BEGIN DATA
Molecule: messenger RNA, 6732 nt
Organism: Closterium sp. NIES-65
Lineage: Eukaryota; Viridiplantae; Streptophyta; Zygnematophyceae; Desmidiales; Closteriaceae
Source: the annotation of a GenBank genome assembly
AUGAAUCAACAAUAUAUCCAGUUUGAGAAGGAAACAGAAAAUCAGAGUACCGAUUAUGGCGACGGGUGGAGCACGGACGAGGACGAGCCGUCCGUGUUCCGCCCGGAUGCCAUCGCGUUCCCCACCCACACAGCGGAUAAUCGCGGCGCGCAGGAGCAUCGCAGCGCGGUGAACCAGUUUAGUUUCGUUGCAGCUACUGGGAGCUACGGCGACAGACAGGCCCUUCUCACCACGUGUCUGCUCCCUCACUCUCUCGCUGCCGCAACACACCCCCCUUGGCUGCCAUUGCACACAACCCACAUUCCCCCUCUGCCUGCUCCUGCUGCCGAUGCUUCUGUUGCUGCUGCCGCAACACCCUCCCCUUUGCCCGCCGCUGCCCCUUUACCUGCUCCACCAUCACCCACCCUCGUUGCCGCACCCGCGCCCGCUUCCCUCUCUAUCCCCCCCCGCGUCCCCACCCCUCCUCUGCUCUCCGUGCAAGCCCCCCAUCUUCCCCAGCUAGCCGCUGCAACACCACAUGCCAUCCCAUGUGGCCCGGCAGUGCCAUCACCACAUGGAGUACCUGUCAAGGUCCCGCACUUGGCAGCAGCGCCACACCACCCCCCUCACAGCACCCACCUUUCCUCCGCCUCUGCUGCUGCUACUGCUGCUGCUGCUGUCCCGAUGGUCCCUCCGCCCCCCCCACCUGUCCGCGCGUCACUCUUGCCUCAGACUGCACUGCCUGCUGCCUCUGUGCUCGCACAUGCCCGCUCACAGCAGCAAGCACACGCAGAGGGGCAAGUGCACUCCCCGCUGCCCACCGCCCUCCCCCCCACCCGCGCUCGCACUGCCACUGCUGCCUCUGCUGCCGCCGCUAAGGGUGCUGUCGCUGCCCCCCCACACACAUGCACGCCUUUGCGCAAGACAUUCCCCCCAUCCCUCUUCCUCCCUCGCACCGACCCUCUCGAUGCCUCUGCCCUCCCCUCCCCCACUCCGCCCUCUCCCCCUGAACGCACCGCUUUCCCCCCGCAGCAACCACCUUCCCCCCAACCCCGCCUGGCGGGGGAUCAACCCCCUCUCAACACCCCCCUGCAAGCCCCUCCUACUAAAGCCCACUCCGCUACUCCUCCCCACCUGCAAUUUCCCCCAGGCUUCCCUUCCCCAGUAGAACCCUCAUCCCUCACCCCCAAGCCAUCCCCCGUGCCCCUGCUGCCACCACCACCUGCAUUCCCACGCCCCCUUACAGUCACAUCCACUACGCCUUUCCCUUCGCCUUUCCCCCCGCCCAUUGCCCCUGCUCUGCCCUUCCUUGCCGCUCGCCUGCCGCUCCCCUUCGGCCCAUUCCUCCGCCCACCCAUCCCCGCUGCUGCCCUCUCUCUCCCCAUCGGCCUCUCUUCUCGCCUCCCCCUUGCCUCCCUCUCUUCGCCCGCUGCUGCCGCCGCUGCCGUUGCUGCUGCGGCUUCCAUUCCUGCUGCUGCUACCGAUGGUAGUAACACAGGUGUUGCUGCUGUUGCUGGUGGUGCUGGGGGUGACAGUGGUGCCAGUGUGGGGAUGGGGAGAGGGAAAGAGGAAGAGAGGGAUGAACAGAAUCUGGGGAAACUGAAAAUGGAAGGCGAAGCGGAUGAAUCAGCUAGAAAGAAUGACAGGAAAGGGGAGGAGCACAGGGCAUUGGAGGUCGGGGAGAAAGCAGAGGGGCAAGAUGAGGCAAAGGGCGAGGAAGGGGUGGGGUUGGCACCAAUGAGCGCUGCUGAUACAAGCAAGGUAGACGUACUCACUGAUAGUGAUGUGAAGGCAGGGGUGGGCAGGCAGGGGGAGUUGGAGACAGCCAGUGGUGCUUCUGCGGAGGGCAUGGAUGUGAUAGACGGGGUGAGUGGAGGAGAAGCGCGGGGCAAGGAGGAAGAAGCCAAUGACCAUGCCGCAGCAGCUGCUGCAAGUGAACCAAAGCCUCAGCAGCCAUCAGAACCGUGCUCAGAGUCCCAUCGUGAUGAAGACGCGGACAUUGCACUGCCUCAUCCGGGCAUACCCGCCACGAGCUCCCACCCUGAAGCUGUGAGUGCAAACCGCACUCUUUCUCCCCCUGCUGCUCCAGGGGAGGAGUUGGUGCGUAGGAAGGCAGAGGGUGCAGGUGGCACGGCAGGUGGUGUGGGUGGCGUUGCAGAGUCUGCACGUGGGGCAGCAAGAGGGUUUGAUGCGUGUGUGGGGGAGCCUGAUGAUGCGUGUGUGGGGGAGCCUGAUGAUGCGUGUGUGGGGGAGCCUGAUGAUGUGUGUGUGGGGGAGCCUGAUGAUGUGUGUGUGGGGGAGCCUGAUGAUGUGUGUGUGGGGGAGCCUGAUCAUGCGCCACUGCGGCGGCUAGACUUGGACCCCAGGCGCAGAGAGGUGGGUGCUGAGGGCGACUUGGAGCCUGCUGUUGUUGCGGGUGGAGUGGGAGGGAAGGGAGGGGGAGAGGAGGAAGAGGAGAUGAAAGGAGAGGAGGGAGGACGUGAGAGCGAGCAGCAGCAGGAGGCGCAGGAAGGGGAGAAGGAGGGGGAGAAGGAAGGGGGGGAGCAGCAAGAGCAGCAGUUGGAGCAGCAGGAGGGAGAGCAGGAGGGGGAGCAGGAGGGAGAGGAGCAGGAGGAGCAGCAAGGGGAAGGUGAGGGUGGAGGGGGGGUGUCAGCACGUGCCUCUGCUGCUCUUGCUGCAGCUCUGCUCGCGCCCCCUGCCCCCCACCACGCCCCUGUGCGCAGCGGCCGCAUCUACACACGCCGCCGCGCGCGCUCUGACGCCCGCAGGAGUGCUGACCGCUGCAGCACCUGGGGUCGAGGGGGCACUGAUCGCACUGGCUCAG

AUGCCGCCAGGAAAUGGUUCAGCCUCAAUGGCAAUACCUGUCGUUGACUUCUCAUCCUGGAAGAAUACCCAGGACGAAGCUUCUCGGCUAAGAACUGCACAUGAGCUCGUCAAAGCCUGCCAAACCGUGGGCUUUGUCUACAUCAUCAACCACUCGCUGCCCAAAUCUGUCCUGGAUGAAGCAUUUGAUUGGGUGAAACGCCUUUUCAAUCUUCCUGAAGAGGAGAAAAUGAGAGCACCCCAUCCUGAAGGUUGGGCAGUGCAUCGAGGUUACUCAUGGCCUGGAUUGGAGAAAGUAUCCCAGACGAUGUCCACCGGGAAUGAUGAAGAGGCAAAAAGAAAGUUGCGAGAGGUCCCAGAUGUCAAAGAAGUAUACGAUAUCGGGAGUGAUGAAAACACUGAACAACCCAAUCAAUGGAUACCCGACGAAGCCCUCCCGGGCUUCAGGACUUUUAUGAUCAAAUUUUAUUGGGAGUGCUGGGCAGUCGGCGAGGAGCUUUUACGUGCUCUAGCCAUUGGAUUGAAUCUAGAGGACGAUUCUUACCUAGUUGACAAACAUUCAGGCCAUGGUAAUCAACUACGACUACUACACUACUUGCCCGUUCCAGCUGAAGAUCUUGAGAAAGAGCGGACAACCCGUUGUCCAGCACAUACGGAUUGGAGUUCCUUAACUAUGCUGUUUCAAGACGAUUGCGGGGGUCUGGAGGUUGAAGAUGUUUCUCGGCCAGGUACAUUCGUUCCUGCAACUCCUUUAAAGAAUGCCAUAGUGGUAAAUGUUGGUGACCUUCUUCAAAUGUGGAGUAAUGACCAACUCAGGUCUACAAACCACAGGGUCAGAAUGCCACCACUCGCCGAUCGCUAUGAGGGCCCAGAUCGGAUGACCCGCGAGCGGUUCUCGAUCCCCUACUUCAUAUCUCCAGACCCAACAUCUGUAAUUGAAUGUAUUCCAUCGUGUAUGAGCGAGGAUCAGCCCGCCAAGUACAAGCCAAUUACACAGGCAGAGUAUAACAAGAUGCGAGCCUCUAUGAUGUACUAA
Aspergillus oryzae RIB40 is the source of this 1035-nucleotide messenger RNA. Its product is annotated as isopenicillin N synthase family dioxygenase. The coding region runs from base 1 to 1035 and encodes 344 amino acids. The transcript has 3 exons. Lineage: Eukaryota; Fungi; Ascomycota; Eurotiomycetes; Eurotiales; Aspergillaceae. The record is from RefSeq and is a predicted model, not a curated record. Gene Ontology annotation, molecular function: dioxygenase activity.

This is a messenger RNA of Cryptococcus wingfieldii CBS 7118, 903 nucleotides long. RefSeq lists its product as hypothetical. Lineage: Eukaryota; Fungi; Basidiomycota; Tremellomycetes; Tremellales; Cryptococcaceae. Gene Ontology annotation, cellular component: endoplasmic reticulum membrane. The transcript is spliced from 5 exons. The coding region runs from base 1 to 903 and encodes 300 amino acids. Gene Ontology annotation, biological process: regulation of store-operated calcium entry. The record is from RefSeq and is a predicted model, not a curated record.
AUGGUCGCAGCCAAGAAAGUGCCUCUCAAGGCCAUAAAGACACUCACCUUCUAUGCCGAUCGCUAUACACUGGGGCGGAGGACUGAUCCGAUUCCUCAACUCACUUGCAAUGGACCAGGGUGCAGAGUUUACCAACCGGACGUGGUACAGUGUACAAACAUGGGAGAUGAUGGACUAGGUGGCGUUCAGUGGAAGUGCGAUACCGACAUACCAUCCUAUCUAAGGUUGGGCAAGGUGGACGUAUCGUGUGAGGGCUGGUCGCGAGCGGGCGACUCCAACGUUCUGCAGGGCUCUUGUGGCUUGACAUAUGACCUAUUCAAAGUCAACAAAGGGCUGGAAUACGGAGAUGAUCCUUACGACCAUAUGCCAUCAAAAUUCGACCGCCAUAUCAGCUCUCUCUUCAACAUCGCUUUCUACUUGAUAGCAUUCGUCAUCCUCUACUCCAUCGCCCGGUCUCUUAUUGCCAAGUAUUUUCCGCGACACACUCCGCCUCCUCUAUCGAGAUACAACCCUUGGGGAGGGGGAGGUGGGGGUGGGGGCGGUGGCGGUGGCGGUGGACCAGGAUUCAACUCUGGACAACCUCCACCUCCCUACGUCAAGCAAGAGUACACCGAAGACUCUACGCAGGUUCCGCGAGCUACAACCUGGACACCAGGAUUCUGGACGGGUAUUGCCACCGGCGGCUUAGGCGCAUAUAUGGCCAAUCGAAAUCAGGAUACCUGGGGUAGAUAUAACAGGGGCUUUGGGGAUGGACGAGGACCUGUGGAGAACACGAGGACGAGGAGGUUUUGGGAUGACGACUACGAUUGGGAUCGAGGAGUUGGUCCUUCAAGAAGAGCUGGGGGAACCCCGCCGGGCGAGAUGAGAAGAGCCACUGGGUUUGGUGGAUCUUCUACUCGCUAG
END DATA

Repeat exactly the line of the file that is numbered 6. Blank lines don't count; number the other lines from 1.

AUGCCGCCAGGAAAUGGUUCAGCCUCAAUGGCAAUACCUGUCGUUGACUUCUCAUCCUGGAAGAAUACCCAGGACGAAGCUUCUCGGCUAAGAACUGCACAUGAGCUCGUCAAAGCCUGCCAAACCGUGGGCUUUGUCUACAUCAUCAACCACUCGCUGCCCAAAUCUGUCCUGGAUGAAGCAUUUGAUUGGGUGAAACGCCUUUUCAAUCUUCCUGAAGAGGAGAAAAUGAGAGCACCCCAUCCUGAAGGUUGGGCAGUGCAUCGAGGUUACUCAUGGCCUGGAUUGGAGAAAGUAUCCCAGACGAUGUCCACCGGGAAUGAUGAAGAGGCAAAAAGAAAGUUGCGAGAGGUCCCAGAUGUCAAAGAAGUAUACGAUAUCGGGAGUGAUGAAAACACUGAACAACCCAAUCAAUGGAUACCCGACGAAGCCCUCCCGGGCUUCAGGACUUUUAUGAUCAAAUUUUAUUGGGAGUGCUGGGCAGUCGGCGAGGAGCUUUUACGUGCUCUAGCCAUUGGAUUGAAUCUAGAGGACGAUUCUUACCUAGUUGACAAACAUUCAGGCCAUGGUAAUCAACUACGACUACUACACUACUUGCCCGUUCCAGCUGAAGAUCUUGAGAAAGAGCGGACAACCCGUUGUCCAGCACAUACGGAUUGGAGUUCCUUAACUAUGCUGUUUCAAGACGAUUGCGGGGGUCUGGAGGUUGAAGAUGUUUCUCGGCCAGGUACAUUCGUUCCUGCAACUCCUUUAAAGAAUGCCAUAGUGGUAAAUGUUGGUGACCUUCUUCAAAUGUGGAGUAAUGACCAACUCAGGUCUACAAACCACAGGGUCAGAAUGCCACCACUCGCCGAUCGCUAUGAGGGCCCAGAUCGGAUGACCCGCGAGCGGUUCUCGAUCCCCUACUUCAUAUCUCCAGACCCAACAUCUGUAAUUGAAUGUAUUCCAUCGUGUAUGAGCGAGGAUCAGCCCGCCAAGUACAAGCCAAUUACACAGGCAGAGUAUAACAAGAUGCGAGCCUCUAUGAUGUACUAA